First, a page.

Updated: Apr 25
Well, plaque and tartar will naturally build up on teeth over time but what is this black stuff that you see? Is that normal or should you be concerned?
Table of Contents
What causes black tartar?
The primary cause for tartar is due to inadequate oral hygiene. Your regime may not be sufficient or perhaps you've simply not had the time to go see your dentist. We will review how plaque progresses into this unsightly phenomenon.
Your teeth are normally a white to yellowish color.
Over the course of a day, a thin yellow film will build up over your teeth called plaque. Plaque is very soft and easily removed with a soft gentle brushing motion.
If you do not remove it before going to bed, it will turn hard and we call that tartar. It is basically calcified plaque. At this stage, regardless of how hard you brush, you will not be able to remove it at home.
If you do not go to your 6 month teeth cleaning, all of that calculus build up will start to mature and pick up staining. This is what you know as black tartar.
This stuff is extra calcified and super hard. In fact, it may give your dentist a hard time in getting it off your teeth. You can also call it very mature plaque that has incorporated a non cosmetic appearance for your teeth.
Basically it all starts with the bacteria in your mouth, which eats all of the sugar and carbohydrates that you feed it. These bacteria will aggregate together to form plaque and eventually grown into tartar. It forms this because the black tartar acts as like a safe house or nuclear bomb shelter that protects the bacteria from external forces such as your floss and tooth brushing. This lets it stay on your teeth permanently!
Your oral hygiene is the main cause but there are a couple of other factors which contribute to the development of it and make the color even darker:
Smoking, especially heavy smokers.
A diet that is rich in sugar or carbohydrates.
Heavy coffee, tea, and wine drinker.
Here is a graphic video of a heavy smoker with this condition!
Signs and symptoms of black tartar
Most obvious is the physical appearance of it, which is very dark or black on the surface of your teeth. Typically it will present as a black line along your gum line.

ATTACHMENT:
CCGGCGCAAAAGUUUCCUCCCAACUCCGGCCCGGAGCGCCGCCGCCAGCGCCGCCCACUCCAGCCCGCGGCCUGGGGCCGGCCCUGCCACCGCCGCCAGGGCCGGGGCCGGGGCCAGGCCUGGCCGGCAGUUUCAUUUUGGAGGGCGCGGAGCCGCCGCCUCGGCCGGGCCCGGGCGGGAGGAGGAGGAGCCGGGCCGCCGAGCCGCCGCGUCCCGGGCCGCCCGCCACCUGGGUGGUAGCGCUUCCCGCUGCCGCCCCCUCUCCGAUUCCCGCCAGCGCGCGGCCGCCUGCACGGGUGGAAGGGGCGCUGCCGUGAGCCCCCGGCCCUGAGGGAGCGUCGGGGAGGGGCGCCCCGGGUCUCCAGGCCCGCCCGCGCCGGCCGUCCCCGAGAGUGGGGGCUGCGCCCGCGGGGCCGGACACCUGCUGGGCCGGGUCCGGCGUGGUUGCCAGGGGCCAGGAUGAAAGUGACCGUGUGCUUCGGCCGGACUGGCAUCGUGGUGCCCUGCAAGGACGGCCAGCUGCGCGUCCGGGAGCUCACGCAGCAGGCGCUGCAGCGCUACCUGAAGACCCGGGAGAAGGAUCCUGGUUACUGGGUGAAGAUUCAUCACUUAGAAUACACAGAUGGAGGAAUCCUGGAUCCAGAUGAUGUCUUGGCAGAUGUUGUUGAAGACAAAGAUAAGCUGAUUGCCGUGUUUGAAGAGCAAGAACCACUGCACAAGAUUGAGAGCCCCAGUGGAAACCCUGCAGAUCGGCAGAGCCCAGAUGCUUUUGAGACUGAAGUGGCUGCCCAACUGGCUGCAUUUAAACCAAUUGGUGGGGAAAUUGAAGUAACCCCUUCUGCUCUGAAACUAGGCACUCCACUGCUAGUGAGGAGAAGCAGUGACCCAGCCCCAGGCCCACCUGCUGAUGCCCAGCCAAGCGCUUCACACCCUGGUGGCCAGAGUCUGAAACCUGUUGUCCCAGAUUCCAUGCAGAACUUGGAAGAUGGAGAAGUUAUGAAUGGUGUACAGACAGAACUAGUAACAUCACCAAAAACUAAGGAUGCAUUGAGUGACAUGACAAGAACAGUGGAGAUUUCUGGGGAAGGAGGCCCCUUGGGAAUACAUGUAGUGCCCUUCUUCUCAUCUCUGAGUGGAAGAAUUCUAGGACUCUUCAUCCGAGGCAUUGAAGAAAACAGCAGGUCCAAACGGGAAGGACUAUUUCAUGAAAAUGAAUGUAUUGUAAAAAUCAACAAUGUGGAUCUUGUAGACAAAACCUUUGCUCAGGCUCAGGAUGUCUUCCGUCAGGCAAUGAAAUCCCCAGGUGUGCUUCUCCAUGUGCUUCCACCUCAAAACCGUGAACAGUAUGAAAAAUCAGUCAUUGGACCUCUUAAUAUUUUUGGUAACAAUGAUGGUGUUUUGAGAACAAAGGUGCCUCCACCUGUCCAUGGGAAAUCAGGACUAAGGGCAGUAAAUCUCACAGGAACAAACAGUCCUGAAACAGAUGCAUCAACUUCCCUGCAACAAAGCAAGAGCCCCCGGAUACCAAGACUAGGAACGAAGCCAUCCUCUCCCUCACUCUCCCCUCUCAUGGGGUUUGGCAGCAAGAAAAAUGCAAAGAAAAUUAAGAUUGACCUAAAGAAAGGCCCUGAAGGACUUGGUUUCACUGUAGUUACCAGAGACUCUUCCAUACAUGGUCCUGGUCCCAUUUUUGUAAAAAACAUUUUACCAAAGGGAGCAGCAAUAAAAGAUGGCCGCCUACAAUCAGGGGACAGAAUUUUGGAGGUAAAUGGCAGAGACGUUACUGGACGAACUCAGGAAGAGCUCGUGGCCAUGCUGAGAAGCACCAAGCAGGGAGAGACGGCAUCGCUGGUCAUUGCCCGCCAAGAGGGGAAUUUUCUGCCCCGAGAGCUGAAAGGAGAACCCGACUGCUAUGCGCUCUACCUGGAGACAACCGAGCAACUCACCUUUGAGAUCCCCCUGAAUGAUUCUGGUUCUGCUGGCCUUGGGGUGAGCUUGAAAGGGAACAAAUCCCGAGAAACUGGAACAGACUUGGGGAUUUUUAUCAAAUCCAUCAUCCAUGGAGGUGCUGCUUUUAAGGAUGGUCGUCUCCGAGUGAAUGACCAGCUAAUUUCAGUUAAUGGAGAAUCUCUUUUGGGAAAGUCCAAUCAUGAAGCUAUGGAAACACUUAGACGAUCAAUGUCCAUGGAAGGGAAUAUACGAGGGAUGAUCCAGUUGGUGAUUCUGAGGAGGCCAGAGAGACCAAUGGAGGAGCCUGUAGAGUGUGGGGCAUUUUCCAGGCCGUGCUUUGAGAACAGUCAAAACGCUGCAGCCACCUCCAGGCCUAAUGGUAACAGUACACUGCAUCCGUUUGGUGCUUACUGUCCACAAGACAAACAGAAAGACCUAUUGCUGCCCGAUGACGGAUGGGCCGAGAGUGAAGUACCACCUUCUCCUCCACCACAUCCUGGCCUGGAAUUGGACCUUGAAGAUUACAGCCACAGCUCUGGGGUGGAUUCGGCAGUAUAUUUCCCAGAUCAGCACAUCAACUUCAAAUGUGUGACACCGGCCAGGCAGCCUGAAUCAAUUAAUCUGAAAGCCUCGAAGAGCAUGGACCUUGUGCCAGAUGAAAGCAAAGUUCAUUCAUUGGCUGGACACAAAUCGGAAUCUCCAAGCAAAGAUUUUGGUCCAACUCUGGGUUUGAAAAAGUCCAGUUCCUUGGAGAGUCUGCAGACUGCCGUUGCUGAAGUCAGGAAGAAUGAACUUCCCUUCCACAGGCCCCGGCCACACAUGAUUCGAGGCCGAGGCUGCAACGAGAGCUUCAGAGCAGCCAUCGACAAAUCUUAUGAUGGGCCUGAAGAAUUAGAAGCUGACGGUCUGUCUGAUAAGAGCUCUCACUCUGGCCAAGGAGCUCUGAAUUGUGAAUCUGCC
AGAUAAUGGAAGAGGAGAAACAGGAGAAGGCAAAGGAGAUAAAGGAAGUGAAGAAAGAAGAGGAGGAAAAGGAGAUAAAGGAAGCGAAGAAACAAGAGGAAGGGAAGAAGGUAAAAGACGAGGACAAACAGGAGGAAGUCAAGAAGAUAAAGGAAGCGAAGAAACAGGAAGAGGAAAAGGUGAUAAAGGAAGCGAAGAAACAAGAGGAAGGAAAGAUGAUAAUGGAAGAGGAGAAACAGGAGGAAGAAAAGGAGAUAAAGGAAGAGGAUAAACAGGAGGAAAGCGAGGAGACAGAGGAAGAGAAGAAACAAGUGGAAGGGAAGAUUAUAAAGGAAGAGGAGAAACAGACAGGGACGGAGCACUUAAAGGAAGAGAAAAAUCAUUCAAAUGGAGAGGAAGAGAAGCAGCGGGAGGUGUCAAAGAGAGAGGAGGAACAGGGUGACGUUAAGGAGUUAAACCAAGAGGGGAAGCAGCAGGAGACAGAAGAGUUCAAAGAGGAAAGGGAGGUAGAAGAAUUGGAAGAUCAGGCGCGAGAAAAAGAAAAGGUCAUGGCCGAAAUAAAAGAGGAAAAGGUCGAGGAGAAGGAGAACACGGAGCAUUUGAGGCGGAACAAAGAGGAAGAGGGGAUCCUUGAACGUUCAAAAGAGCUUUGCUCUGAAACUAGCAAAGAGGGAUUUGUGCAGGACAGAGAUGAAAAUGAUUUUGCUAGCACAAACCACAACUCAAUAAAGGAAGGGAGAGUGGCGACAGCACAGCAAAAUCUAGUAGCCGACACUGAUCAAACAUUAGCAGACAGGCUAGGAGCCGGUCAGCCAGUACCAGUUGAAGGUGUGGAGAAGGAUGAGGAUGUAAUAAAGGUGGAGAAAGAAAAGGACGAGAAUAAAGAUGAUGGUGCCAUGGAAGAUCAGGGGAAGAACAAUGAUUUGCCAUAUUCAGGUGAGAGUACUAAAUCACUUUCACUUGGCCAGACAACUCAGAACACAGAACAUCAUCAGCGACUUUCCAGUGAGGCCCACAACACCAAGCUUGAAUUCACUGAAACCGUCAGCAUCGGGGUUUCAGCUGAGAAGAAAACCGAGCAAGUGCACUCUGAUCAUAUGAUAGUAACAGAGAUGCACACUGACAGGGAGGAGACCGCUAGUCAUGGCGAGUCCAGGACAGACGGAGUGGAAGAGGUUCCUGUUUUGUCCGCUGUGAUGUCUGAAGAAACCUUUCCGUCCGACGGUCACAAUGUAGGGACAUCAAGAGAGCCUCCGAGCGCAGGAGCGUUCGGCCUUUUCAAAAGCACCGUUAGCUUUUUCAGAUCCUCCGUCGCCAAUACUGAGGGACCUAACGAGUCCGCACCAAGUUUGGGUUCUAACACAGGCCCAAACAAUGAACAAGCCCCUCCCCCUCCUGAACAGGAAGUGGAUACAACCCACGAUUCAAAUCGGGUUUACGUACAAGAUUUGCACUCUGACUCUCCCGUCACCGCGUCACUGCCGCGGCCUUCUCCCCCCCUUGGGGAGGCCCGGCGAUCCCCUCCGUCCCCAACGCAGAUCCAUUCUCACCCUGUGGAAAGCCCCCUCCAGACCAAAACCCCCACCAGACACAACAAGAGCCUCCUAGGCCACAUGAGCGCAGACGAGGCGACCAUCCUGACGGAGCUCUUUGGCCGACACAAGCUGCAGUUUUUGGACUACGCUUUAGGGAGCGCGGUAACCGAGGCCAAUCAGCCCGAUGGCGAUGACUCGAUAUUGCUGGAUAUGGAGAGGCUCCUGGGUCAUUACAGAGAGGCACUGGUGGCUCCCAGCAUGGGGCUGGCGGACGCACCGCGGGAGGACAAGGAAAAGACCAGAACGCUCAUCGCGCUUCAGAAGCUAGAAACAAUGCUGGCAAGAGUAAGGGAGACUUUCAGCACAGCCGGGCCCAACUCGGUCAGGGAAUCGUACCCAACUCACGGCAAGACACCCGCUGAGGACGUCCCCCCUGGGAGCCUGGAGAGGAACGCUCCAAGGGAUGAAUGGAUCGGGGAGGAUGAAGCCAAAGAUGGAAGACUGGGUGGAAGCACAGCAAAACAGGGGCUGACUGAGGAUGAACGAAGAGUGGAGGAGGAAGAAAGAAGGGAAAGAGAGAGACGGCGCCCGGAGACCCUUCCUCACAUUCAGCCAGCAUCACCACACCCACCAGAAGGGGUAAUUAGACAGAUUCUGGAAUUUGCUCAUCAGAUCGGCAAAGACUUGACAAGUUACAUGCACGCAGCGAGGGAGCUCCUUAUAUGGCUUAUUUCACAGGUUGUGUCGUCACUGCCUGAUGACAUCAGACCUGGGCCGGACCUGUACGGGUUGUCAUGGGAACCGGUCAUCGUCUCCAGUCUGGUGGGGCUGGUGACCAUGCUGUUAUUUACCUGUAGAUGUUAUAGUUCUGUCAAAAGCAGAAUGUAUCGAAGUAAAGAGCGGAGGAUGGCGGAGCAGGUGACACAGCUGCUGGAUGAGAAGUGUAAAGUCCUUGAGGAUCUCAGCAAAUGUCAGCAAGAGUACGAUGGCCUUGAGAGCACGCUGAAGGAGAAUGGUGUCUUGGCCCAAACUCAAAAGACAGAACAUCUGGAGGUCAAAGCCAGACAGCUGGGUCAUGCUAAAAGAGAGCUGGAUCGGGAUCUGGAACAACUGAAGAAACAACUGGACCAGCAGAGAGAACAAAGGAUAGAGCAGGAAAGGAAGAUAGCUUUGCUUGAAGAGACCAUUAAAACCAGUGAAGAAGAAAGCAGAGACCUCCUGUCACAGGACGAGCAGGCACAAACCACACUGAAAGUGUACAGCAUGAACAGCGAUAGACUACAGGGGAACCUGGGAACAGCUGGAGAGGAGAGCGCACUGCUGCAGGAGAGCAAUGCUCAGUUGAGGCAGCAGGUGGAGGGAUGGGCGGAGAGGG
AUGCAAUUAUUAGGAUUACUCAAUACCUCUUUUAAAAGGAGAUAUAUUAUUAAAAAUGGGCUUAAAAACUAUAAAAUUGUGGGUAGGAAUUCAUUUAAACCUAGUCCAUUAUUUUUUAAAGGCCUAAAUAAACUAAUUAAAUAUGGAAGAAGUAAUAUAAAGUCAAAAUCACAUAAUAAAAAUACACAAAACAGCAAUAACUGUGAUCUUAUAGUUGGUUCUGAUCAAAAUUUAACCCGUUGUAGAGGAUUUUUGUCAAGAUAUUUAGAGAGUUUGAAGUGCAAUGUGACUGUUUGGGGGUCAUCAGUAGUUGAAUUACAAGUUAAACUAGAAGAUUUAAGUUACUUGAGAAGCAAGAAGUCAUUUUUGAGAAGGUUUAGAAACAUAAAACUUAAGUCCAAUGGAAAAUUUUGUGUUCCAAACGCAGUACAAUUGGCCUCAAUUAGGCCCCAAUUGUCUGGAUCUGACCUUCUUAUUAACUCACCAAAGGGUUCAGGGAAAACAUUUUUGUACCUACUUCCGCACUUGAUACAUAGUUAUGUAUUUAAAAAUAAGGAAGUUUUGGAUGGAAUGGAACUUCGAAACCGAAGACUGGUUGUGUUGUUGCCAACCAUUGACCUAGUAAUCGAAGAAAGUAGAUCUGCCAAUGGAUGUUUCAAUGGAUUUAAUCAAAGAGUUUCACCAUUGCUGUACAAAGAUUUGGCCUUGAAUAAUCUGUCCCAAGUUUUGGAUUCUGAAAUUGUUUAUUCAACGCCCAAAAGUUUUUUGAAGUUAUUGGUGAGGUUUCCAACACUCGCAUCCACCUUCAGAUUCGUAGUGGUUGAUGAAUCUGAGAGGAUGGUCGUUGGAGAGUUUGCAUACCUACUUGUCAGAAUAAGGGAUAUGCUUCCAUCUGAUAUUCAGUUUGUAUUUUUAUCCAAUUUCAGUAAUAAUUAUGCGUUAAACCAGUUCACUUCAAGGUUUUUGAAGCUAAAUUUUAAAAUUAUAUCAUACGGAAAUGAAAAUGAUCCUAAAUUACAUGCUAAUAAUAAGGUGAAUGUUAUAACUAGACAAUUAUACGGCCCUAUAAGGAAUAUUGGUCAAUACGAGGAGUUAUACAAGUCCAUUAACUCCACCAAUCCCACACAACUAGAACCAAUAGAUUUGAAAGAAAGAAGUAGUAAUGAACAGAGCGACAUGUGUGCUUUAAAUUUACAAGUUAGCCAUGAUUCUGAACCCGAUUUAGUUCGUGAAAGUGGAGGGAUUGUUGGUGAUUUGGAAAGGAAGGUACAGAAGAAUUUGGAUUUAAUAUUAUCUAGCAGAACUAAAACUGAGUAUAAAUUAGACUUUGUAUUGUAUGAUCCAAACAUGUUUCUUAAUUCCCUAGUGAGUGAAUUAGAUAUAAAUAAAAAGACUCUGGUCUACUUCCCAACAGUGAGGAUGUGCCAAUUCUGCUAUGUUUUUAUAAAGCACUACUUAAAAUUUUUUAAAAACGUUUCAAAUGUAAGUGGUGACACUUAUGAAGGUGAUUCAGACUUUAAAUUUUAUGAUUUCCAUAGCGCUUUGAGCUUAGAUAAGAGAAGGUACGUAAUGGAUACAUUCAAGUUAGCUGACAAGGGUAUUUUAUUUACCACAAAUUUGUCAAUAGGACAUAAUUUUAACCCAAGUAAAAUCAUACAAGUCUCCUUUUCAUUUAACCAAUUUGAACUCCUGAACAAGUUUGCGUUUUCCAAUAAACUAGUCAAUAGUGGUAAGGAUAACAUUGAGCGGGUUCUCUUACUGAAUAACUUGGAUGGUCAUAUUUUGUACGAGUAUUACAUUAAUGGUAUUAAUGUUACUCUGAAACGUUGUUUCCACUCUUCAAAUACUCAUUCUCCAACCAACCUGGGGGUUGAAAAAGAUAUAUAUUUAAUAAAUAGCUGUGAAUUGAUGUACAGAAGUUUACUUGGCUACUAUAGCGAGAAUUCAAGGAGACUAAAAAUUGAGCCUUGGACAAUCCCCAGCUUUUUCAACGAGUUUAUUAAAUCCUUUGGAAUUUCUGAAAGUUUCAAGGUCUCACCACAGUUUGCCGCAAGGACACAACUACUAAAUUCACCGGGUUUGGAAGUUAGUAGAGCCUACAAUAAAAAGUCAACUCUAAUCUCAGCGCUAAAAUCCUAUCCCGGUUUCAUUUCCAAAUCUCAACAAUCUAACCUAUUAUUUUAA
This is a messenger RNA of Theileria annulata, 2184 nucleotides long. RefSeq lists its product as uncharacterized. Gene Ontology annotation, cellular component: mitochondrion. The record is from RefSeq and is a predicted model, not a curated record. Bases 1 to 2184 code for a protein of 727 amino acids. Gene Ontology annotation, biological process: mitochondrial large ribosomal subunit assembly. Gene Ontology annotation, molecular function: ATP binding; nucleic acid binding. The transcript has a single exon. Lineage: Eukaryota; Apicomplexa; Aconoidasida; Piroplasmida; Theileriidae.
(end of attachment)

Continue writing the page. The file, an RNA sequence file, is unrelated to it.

Often times, these teeth will feel loose as well.
Very hard build up that can't be removed by brushing or flossing.
Bad breath because it acts as a breeding ground for more bacteria.
Bleeding gums that will be red and swollen.
Overall, these symptoms indicate that you most likely have some form of gum disease.
Gingivitis. Inflammation of the gums, which is the early stage of periodontal disease.
Periodontitis. Inflammation of the bone and surrounding structures of the tooth, this is advanced gum disease.
If you are having these symptoms, it is a sign that you should go in for your dental check up.
How to remove black tartar
The bad news is that there is no home remedy for this. You will not be able to remove black tartar at home but the good news is that your dentist can do it for you.
Treatment for it will be a dental cleaning, where the hygienist will clean your teeth with an ultrasonic scaler. This will be sufficient for a small amount of build up but if you have very heavy tartar build up, you may require a different treatment.
For severe black tartar removal, you will need a deep teeth cleaning:
This is what we call scaling and root planing.
For this procedure you will need to be numb for it so it involves numbing gel and a dental numbing shot with Lidocaine.
Once you are adequately anesthetized, your hygienist can go deeper underneath your gums to clean everything out.
All of the calculus build up above the gum line as well as tartar below the gum line will be removed.
This treatment is usually completed in two visits, half of the mouth the first visit and the second half the next visit. This is for your own comfort because we do not want you to be numb the entire mouth.
Preventing black tartar
You know what they say, "an ounce of prevention is worth a pound of cure!" This describes how to prevent it from ever happening again. There is a good chance that you may need a deep cleaning if your plaque progresses to the point where it turns black. The scaling and root planing is a lot more involved than a regular teeth cleaning. If you just simply don't let it get to that point, you can avoid the whole thing!
This is what you should do to prevent it from happening:
Brush your teeth at least twice a day for a minimum of two minutes.
Use a fluoride toothpaste or a nano hydroxyapatite toothpaste. These toothpastes will usually have a tartar control effect to them as well.
Floss before you go to bed!
Use a mouthwash like Listerine or even a mouth rinse like coconut oil pulling.
Avoid tartar inducing foods like carbohydrates.
Avoid staining foods so that it doesn't turn black like tea, coffee, or wine.
Last but not least, don't forget to go to your biannual dental check ups. Get your teeth cleaned twice a year will definitely keep this unaesthetic condition away!
To sum it up, it is caused by bacteria that form plaque, which turns into tartar but after it matures, it will pick up staining and turn into black tartar. The treatment for it would be a deep teeth cleaning with your dentist! We've also seen other colored plaque as well such as orange plaque.
Brought to you by Dr David Chen, DDS